Derrick Rose has been out for the Chicago Bulls almost the entire season, but the MVP chants in the United Center still persist. Luol Deng, once one of their most valuable pieces, was traded in January for nothing of immediate value, yet the Bulls remain one of the top four teams in the Eastern Conference. The paramount constant, other than head coach Tom Thibodeau, is all-star center Joakim Noah. With Rose out, Deng gone and plenty of adversity to face, Noah is playing with more confidence than ever and has the Bulls on his shoulders.
“Especially where we come from – Brooklyn, New York – with all the ups and downs Joakim’s been through in his career, and now he’s on this stage getting MVP chants, it’s great,” says Noah’s teammate Taj Gibson. “It shows the amount of work he’s put in and the amount of heart he has. It’s great for him.”
Noah embodies what it means to play the game the “right way,” competing with passion, heart, energy and selflessness. He doesn’t just make the right plays, he makes winning plays. Everyone – teammates, opponents, his coach and opposing coaches – including himself attributes much of this emergence to simple confidence. “His rebounding, defense, playmaking and you can see the scoring component, he’s gotten better and better. He’s a lot more confident, he’s finishing better, making shots, making plays, so that was critical for us,” Thibodeau said after Noah finished with 23 points, 11 rebounds, eight assists, five blocks and three steals to help the Bulls to a hard-fought 94-87 win over the Kings.
“His game is through the roof right now, his confidence is through the roof,” Gibson added. “One thing in the NBA, it’s all about confidence, and when you work on your game and get that confidence going, you’re unstoppable. I feel that he’s taking it to the next level: head up, confidence, being a leader, doing all kinds of things in all different fashions. He’s become a strong leader, physically and vocally, and it’s showing on the court.”
Houston Rockets head coach Kevin McHale – a Hall of Fame big man in his own right – noticed the same things: “He’s just more confident in what he’s what doing. He’s making plays with the pass, he’s driving and kicking. When he was coming out [of college], I thought he’d be a picking-and-popping, playmaking four, and he’s doing more than that now. He should be Defensive Player of the Year. He’s done a great job with these guys. They’ve been winning a lot just on his energy, effort, determination and toughness. Those are all qualities that everybody appreciates.”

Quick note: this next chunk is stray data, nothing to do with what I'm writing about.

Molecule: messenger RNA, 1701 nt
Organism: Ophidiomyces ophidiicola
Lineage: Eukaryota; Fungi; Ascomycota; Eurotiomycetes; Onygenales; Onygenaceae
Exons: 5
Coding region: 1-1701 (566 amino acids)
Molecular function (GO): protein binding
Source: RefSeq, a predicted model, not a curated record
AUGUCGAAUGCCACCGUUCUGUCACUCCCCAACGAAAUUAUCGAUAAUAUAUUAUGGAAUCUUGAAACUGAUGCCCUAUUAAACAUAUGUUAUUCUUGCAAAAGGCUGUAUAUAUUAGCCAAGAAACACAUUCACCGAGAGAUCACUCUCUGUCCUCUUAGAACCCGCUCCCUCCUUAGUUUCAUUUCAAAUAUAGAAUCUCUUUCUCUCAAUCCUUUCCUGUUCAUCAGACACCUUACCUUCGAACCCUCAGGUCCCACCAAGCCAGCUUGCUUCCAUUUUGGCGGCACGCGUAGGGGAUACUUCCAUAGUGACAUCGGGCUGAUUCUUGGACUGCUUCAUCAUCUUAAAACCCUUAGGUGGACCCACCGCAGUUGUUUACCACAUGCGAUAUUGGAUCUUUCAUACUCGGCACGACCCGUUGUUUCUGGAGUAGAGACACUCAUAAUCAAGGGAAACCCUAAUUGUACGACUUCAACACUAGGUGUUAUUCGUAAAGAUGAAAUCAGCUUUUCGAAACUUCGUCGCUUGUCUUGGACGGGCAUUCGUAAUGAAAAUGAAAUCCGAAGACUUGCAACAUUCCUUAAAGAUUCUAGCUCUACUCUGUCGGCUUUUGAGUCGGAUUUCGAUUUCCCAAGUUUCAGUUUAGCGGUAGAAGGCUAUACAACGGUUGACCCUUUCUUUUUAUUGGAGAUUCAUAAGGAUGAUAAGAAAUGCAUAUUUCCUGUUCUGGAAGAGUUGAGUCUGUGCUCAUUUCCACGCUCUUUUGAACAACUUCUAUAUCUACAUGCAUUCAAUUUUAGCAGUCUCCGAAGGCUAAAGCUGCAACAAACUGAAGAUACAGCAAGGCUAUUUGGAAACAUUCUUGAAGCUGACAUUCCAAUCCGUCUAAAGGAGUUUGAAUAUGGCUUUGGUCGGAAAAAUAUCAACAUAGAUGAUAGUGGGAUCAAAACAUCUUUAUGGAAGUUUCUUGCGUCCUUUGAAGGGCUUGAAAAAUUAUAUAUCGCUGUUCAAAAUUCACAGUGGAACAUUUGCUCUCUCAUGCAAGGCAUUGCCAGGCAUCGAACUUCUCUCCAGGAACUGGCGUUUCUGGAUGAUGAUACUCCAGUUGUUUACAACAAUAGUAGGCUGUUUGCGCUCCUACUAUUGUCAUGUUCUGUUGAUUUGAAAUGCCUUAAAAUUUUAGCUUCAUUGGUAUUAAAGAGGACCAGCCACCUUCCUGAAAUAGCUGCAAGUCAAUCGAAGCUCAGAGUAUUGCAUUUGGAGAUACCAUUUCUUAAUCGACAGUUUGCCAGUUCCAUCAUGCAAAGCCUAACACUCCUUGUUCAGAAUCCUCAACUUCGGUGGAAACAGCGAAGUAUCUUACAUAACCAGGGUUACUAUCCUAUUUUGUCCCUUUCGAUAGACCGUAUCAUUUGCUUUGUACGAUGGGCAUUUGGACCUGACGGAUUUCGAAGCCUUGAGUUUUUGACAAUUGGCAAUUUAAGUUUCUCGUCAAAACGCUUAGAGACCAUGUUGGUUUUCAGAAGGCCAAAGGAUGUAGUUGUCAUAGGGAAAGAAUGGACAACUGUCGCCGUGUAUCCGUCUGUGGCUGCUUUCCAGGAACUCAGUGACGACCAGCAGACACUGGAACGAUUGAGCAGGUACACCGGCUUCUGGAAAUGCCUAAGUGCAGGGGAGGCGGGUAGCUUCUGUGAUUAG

Noah has been a versatile cog for the Bulls. He has three triple-doubles this season – tied for second most in the league. His 12.3 points, 11.3 rebounds per game are career-highs; his five assists per game are the most by a center in 10 years. He’s showcased great passing and ballhandling skills, along an improved midrange jump shot, all season long. “It feels great,” he says, “because so many people were telling me not to take [jump shots] and I’m just confident now, and I feel like if I’m open, I need to knock that down. It’s a great feeling. That’s like the best thing to me every night, just knocking down a jump shot because so many people told me, ‘You can’t shoot, don’t shoot. You’re an energy guy, you’re not supposed to be shooting jump shots.’ To knock that down, there’s no better feeling.”
Most important, the Bulls are 37-30, well-positioned to win at least one playoff series. In college at the University of Florida, he was the emotional leader of a selfless, team-first squad that won back-to-back National Championships in 2006 and 2007. For Noah, that’s the only statistic that matters: winning. Not only do MVP chants and talk of being All-NBA First Team not phase him, it actually bothers him.
“I don’t like [the MVP chants],” he says. “That’s not what’s important to me. I’m just all about this team right now and I think we’ve been through so much, it’s not about individual accolades, it’s about us and everything we’ve gone through.”
“The most important thing is the respect that he has from his teammates,” added Thibodeau. “All the individual awards, I know Jo doesn’t care about that. He cares about winning, that’s what makes him so special. The thing that I like about what he does is, statistically, you can’t measure his true value to our team. All the things that he does helps us win, and that’s the most important statistic there is, and when you win, get recognized. He’s lifted a lot of people up, he’s going to do whatever’s necessary to win. If he needs to score, he scores; if we need him to make plays, he makes plays. And you can count on his defense every night. He just plays to win, that’s the thing that I respect about what he does.”